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NOAO Newsletter - March 2000 - Number 61


Cover Image: The NOAO Deep Wide Survey

Wide-field imaging surveys provide a foundation for astronomical discovery and are an important exploratory step in our investigation of the Universe. NOAO's 4-m telescopes have long pioneered wide-field imaging. With a new generation of large CCD Mosaic cameras, the KPNO and CTIO 4-m telescopes now allow rapid mapping of large areas of sky to faint limiting magnitudes, an important enabling capability for follow-up deep spectroscopy with 8-m class telescopes such as Gemini.

The cover shows a 3.9'x3.9' postage stamp from the 2°x4.5° Cetus field of the NOAO Deep Wide-Field Survey. The Survey is an ongoing project led by Buell Jannuzi and Arjun Dey (NOAO) to map two 9-square-degree regions of sky, one in Boötes and one in Cetus, in BW, R, I, J, H, and K. Primary science goals are investigation of the evolution of galaxies and large-scale structure. The multicolor data will produce photometric redshift estimates and enable the selection of brown dwarfs, faint halo stars, distant quasars and galaxies, and other inhabitants of the astronomical zoo for spectroscopic study.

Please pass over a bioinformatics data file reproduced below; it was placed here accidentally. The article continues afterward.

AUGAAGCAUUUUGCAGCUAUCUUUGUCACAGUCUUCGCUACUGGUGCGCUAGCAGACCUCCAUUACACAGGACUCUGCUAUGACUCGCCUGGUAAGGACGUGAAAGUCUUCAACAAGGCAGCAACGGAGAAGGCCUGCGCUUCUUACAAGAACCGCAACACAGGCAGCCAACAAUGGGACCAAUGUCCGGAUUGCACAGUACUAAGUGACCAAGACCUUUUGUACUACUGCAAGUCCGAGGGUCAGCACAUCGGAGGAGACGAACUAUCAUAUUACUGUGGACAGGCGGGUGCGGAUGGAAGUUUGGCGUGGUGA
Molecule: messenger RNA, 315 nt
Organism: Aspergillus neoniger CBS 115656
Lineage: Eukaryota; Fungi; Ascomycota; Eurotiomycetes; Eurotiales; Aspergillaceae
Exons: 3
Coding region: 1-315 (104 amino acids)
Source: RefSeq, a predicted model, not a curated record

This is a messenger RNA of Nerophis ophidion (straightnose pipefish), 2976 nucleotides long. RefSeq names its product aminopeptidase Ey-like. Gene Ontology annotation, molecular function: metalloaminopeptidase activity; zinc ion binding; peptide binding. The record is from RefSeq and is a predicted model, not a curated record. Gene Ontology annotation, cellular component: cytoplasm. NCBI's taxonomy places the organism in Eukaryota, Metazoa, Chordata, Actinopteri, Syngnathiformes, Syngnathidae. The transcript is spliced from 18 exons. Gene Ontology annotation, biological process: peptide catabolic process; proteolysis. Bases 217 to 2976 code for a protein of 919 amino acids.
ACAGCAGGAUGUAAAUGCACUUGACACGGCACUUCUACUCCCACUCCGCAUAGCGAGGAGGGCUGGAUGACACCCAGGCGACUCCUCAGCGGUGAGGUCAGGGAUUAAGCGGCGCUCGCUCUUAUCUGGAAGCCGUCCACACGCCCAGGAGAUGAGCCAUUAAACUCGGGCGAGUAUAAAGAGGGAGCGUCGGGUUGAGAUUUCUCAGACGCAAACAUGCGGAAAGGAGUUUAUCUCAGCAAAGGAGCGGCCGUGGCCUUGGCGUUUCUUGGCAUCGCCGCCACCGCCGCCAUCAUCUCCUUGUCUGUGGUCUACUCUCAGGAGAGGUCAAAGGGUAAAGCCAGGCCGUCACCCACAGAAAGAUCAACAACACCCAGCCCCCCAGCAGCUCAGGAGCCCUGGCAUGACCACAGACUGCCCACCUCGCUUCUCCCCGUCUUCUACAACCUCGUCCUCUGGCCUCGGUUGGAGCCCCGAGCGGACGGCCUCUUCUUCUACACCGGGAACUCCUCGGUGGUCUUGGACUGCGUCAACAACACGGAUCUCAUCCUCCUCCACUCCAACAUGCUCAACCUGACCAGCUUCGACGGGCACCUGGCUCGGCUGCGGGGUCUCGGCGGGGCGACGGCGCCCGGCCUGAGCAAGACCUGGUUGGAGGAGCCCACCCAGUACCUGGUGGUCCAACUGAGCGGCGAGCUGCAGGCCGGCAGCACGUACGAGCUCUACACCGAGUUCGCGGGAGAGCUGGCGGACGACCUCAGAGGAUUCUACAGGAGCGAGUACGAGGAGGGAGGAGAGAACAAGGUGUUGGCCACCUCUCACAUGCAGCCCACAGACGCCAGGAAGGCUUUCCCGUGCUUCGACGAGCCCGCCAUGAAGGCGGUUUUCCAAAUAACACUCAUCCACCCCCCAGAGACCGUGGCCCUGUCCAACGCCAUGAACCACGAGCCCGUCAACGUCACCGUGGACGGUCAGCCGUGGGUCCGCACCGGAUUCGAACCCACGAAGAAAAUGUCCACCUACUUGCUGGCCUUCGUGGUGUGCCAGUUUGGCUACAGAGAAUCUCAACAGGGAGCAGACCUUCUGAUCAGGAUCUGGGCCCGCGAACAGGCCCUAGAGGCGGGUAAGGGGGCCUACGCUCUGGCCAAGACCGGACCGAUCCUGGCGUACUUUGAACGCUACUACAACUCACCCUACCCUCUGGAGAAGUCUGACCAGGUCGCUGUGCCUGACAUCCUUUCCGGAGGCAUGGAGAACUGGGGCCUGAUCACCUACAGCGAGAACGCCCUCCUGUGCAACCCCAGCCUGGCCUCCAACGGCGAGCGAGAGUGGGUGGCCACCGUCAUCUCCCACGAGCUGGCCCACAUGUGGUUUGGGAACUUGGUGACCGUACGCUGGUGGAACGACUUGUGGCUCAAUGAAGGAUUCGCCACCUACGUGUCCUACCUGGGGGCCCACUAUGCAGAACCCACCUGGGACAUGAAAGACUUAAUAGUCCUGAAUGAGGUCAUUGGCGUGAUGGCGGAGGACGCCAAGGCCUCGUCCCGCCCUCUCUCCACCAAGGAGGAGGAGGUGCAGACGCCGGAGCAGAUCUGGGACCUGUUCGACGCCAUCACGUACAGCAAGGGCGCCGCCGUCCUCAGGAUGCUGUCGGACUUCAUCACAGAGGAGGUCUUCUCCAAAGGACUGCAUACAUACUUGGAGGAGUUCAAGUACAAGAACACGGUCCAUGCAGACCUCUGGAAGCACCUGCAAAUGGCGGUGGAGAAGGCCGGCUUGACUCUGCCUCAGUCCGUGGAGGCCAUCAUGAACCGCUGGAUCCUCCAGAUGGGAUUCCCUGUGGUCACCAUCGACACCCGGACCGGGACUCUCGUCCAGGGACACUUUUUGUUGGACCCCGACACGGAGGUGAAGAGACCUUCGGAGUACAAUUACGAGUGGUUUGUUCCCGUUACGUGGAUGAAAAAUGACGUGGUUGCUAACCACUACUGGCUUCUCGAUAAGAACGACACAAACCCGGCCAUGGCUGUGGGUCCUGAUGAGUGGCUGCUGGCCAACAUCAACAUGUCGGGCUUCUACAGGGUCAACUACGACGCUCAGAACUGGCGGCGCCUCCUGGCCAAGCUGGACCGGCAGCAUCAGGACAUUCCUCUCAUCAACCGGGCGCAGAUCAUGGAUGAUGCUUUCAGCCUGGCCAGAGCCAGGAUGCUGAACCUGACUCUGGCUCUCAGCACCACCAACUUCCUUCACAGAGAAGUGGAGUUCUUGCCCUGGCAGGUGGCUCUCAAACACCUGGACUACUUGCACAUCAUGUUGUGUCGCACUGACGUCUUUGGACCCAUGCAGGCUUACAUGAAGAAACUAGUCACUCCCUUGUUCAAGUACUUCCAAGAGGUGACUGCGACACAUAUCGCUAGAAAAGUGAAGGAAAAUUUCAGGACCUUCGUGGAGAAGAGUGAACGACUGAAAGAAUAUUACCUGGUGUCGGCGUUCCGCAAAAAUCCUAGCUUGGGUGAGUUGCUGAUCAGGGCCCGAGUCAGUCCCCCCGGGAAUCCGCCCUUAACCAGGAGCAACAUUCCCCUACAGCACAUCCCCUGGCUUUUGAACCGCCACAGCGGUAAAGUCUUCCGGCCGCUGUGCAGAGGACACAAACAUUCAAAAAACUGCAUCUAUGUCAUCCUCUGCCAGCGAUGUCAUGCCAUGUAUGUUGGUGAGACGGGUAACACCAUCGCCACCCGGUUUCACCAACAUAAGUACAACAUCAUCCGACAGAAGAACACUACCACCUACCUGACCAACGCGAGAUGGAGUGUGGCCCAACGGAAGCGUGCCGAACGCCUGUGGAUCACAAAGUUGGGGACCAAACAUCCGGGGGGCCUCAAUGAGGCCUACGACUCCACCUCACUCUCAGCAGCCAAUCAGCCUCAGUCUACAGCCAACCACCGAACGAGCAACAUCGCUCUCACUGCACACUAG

The color image shown was constructed by Nigel Sharp and Mark Hanna from BW, R, and I images obtained using the NOAO 8Kx8K CCD MOSAIC Imager at the prime focus of the 4-m Mayall telescope of the Kitt Peak National Observatory. The seeing in the summed BW, R, and I frames is 1.2", 1.0", and 1.0", respectively. The R frame reaches a 5 limiting AB magnitude of 25.7 in a 2"-diameter aperture.


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Newsletter Posted: 10 Mar 2000